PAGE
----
Voting Rights Restoration So Not Happenin’ for House Republicans

So is it possible the 50th anniversary of the Selma-to-Montgomery march that led to the speedy adoption of the Voting Rights Act of 1965 could lead to its restoration today, after its vitiation by the Supreme Court in 2013? You might hope so after listening to the president’s direct challenge to the GOP to remember its own voting rights heritage, and the embarrassed air of some Republicans in Selma who behaved as though the subject had just temporarily slipped their memories (viz. Sen Rob Portman of Ohio, who when asked if he’d support a Voting Rights Act “fix” asked “Is there a Senate version?” Uh, yeah, there is).

But as Greg Sargent notes this morning, after a conversation with Cook Political Report‘s House wizard David Wasserman, the House Republicans who would have to cooperate with any Voting Rights Act repair have little or no political incentive to do so:

“A strong plurality of House Republicans are from the south, and their strategy has been to pack African Americans into one district across some southern states, and preserve every other district for themselves,” Wasserman of the Cook Political report tells me. He adds that Alabama, Mississippi, Louisiana, South Carolina, Virginia and Tennessee each have one such black-heavy district, while North Carolina has two.

Selma is a good example. It’s in the Seventh Congressional District in Alabama, but as Wasserman notes, Republicans have “drawn every African American into the seventh district so they can have a six-to-one advantage [in the state].”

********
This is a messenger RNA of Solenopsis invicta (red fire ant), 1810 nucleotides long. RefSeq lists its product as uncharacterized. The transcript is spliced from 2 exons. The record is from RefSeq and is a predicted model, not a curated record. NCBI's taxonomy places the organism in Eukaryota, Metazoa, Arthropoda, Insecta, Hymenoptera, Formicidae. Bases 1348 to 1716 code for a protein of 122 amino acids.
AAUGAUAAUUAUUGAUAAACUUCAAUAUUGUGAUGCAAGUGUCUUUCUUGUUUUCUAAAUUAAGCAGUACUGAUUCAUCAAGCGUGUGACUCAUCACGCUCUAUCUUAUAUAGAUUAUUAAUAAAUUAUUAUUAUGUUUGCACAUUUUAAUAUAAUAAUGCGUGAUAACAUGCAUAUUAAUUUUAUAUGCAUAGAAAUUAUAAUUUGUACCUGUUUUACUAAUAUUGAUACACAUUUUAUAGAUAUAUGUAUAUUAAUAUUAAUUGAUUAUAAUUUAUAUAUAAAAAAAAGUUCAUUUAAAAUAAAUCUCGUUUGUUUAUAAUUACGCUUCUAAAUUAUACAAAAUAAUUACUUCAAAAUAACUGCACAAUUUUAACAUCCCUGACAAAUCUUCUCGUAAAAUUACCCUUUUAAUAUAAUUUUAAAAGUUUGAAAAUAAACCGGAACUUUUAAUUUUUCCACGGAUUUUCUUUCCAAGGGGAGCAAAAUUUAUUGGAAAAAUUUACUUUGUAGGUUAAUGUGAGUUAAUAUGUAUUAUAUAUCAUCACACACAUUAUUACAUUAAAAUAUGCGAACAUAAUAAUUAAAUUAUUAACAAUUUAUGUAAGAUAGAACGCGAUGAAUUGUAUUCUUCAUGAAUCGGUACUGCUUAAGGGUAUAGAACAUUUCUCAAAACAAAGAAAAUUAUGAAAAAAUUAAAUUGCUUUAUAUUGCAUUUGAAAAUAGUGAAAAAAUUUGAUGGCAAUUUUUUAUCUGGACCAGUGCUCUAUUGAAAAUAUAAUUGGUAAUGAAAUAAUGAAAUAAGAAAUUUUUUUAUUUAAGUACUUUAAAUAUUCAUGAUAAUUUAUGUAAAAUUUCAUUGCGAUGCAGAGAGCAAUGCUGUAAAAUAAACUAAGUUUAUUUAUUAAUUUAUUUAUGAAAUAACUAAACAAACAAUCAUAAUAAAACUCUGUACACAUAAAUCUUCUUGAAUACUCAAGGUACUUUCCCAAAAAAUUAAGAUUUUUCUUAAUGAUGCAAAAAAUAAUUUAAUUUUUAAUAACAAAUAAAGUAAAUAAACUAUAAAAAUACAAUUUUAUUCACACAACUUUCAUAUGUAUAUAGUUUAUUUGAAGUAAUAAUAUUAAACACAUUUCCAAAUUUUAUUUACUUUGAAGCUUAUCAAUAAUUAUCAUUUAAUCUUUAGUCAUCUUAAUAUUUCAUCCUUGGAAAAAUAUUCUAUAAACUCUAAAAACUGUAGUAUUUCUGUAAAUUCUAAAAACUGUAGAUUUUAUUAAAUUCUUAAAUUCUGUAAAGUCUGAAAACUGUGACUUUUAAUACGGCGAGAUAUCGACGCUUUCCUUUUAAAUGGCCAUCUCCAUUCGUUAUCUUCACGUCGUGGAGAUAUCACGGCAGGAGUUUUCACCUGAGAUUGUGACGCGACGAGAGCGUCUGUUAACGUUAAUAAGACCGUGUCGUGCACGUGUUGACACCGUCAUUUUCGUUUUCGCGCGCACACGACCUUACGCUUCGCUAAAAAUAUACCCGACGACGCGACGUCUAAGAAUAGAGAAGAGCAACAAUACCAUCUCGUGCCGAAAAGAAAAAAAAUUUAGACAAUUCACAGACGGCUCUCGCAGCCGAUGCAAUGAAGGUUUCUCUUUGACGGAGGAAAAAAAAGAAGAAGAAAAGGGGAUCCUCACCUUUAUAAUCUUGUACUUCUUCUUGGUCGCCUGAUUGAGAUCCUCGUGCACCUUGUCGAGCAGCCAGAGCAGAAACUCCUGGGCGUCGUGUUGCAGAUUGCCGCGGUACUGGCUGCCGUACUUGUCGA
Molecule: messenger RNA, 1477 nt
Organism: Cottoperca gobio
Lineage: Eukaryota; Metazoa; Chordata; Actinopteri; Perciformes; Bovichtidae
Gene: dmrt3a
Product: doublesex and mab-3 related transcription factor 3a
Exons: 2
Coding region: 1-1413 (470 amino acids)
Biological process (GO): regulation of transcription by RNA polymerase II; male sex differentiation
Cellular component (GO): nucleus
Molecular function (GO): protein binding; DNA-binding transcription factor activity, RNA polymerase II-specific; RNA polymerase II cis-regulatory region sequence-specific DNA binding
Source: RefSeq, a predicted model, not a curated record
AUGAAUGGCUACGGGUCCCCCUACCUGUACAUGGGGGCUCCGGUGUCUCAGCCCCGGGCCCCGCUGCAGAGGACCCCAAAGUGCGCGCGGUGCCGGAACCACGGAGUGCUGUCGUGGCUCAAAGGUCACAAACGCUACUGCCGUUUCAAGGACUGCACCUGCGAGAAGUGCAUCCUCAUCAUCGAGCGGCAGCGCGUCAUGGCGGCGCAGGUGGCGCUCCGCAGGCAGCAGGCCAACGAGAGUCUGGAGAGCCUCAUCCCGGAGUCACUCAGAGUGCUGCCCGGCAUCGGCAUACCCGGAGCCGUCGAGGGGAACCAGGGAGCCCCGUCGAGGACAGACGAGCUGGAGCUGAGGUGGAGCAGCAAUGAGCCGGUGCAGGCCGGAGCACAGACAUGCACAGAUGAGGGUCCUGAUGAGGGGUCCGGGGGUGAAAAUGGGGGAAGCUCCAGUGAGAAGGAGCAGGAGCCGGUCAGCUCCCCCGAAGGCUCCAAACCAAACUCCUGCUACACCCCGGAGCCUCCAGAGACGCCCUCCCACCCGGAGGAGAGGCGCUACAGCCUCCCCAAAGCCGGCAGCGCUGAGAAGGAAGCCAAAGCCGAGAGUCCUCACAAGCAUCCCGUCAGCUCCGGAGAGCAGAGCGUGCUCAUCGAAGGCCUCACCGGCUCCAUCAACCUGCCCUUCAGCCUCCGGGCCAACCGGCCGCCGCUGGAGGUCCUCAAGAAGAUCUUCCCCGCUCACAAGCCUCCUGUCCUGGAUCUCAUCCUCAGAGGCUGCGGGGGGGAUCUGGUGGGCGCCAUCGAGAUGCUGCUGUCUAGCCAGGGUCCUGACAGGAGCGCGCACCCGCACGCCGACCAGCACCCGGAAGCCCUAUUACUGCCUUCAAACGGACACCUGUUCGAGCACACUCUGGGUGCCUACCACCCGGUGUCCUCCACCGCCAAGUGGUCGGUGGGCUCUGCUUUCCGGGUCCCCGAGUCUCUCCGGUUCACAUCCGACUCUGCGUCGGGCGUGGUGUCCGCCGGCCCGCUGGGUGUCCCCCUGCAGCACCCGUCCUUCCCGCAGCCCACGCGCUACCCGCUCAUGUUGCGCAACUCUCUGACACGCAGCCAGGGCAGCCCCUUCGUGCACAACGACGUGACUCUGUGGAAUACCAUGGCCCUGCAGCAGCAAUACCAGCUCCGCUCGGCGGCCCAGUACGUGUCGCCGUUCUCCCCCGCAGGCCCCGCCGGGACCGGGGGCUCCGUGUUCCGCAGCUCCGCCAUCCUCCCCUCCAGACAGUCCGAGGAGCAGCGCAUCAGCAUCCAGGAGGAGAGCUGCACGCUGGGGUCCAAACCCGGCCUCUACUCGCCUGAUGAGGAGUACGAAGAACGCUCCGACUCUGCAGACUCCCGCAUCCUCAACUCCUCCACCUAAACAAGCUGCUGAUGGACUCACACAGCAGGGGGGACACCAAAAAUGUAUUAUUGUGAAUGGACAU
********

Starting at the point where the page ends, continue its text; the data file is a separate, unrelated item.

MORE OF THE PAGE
“House Republicans are pretty happy with the status quo in the south — particularly the fact that packing African Americans has led to safe Republican surrounding districts,” Wasserman continues. “Any efforts to newly implement a pre-clearance regime could interfere with that status quo.”

“Republicans aren’t going to bring something to the floor that is supported by 40 of them, but opposed by 200 of them,” Wasserman says.

That’s right. If you assume there is a limit on the number of times John Boehner can violate the “Hastert Rule” and pass a bill with Democratic votes, he’s probably already there with the recent maneuver to head off a DHS funding shutoff, and he may need another to get through the next manufactured crisis over the debt limit. He’s sure as hell not going to honk off southern conservatives by conspiring with Democrats to empower the Justice Department to mess with Sovereign States on the behalf of those people.

Ed Kilgore

Ed Kilgore, a Monthly contributing editor, is a columnist for the Daily Intelligencer, New York magazine’s politics blog, and the managing editor for the Democratic Strategist.